As the comedy genius of Vic Reeves and Bob Mortimer plan to call in to the Echo Arena as part of their 25th anniversary tour, getintothis’ Del Pike looks back and ponders on their past achievements.
It’s so hard to believe it’s been 25 years since Vic Reeves Big Night Out hit our screens. Rushing home from the pub on a Friday night was never so worthwhile. The then mysteriously enigmatic figures of Vic Reeves and Bob Mortimer captured the imaginations of those well versed in off the wall comedy and created a cult phenomenon before you could even shout “You wouldn’t let it lie!!!” Sitting comfortably on late night Channel 4, home of Saturday Night Live, The Comic Strip Presents… and Whose Line Is Is Anyway, it was a true zeitgeist moment.
Students the length and breadth of the country would soon be queuing around the block to catch Vic and Bob on their Big Night Out tour and catchphrases like “What’s on the end of the stick Vic” and “You lying get” became somewhat household. Slim line Vic took on the persona of a nightmarish light entertainment presenter, embracing the surreal in the most natural way, while the shorter, cheeky faced Bob played right hand man in a brace of supporting roles including the man with the stick, Judge Nutmeg and Norris Cole-esque Graham Lister. It felt like Ch4 was their natural home but bar one pilot episode of the brilliant Weekenders (Still available on demand) the duo moved wholesale to the BBC and have resided their ever since.
While most of us remember them for Shooting Stars, the mental as anything panel show that picked questions from the dove from above, introduced Matt Lucas as Man-baby George Dawes and invented the words ‘Uvavu’ and ‘Eranu’, there has been so much more. Two series of The Smell of Reeves and Mortimer introduced such favourites as the bra men, Councillors Cox and Evans, Slade at home and Mulligan and O Hare, the follow up series Bang Bang it’s Reeves and Mortimer offered a darker side to their humour and possibly alienated some of their audience. It was nonetheless fantastic.
Vic had a semi-successful foray into the charts in the early 90s with his version of Born Free and teamed up with The Wonder Stuff for a number one single, Dizzy.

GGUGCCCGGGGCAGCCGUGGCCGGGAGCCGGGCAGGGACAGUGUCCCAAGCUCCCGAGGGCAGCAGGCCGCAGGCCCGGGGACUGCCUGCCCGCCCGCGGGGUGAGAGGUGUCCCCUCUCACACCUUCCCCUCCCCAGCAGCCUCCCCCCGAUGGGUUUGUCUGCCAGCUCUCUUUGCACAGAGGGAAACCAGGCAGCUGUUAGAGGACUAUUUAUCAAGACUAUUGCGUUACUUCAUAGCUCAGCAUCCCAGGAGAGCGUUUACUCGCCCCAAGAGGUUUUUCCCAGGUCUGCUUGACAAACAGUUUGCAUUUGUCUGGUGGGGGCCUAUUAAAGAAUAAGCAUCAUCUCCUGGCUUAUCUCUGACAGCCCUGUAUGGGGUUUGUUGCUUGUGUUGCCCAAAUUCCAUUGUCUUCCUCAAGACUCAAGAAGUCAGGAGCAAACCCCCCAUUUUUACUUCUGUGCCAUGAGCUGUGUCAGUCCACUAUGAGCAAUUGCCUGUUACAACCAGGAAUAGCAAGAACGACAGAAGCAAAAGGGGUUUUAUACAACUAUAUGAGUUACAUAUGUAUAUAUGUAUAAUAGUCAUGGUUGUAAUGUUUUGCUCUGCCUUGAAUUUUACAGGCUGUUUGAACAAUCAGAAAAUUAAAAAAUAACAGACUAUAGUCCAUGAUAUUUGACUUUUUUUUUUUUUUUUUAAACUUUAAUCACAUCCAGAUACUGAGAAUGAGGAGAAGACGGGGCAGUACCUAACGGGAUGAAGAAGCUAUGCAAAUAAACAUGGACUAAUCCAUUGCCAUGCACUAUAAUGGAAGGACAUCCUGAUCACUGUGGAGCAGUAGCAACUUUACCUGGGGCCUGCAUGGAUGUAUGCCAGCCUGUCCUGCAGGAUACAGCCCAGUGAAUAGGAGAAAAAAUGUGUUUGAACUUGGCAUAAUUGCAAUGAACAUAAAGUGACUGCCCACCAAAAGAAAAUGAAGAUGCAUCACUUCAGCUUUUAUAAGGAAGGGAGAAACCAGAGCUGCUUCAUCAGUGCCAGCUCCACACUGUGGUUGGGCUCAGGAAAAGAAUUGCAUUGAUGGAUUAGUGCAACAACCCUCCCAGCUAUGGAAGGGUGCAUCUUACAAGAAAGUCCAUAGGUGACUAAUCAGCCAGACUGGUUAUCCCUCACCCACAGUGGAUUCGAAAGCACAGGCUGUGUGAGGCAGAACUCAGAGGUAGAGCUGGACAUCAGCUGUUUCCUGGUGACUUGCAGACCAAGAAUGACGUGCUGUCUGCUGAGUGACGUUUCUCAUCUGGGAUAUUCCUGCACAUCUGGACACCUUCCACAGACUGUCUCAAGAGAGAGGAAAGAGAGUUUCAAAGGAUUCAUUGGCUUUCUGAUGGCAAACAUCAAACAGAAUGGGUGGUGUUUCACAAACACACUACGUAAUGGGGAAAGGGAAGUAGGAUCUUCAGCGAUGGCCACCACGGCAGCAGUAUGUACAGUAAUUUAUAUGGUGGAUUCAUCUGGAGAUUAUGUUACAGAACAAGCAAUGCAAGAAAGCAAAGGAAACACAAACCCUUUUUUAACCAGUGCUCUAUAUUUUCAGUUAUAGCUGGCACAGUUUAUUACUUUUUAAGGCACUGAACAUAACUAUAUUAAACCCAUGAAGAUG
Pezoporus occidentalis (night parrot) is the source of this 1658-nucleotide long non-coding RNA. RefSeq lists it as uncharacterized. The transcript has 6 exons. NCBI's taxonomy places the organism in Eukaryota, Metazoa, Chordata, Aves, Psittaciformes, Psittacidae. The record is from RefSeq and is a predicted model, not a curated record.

When The Fast Show’s Charlie Higson decided to breathe new life into the 60s supernatural – buddy cop show Randall and Hopkirk (deceased) in 2000, Vic and Bob were perfect for the part and the Saturday night – late tea time schedule and family friendly sci-fi fantasy feel seemed to pave the way for the regenerated Doctor Who series a few years later. Indeed it even had a co-starring role for Tom Baker. When Vic and Bob themselves tried their hand at writing a comedy drama series in the form of Catterick in 2004, they may have created their own career high, shame hardly anyone saw it.
Despite a few mis-judged moments like It’s Ulrika and the family friendly Saturday night game show Families at War, the duo have always managed to bounce back as the two recent series of House of Fools has proven, a part scripted, part improvised surreal sit-com recorded in front of a live audience and giving welcome airtime to the brilliant Matt Berry.
25 rich years with a million laughs in between later and Vic and Bob are embarking on a Silver anniversary tour, squeezing in two nights at the Echo Arena in November. The show promises to include appearances from characters spanning their whole career. Vic and Bob are no strangers to the live circuit and have brought most of their sketch shows to the stage at some point. Big Night Out started off as a live show with just Vic at the helm until Bob, who was a solicitor at this point, decided to join him onstage and the rest is history. From obscure late night curiosities to absolute comic gods, Vic and Bob’s new show is an absolute must for comedy fans.
Vic and Bob’s UK Tour comes to Liverpool’s Echo Arena on December 16. Tickets go on sale April 8 at 9am.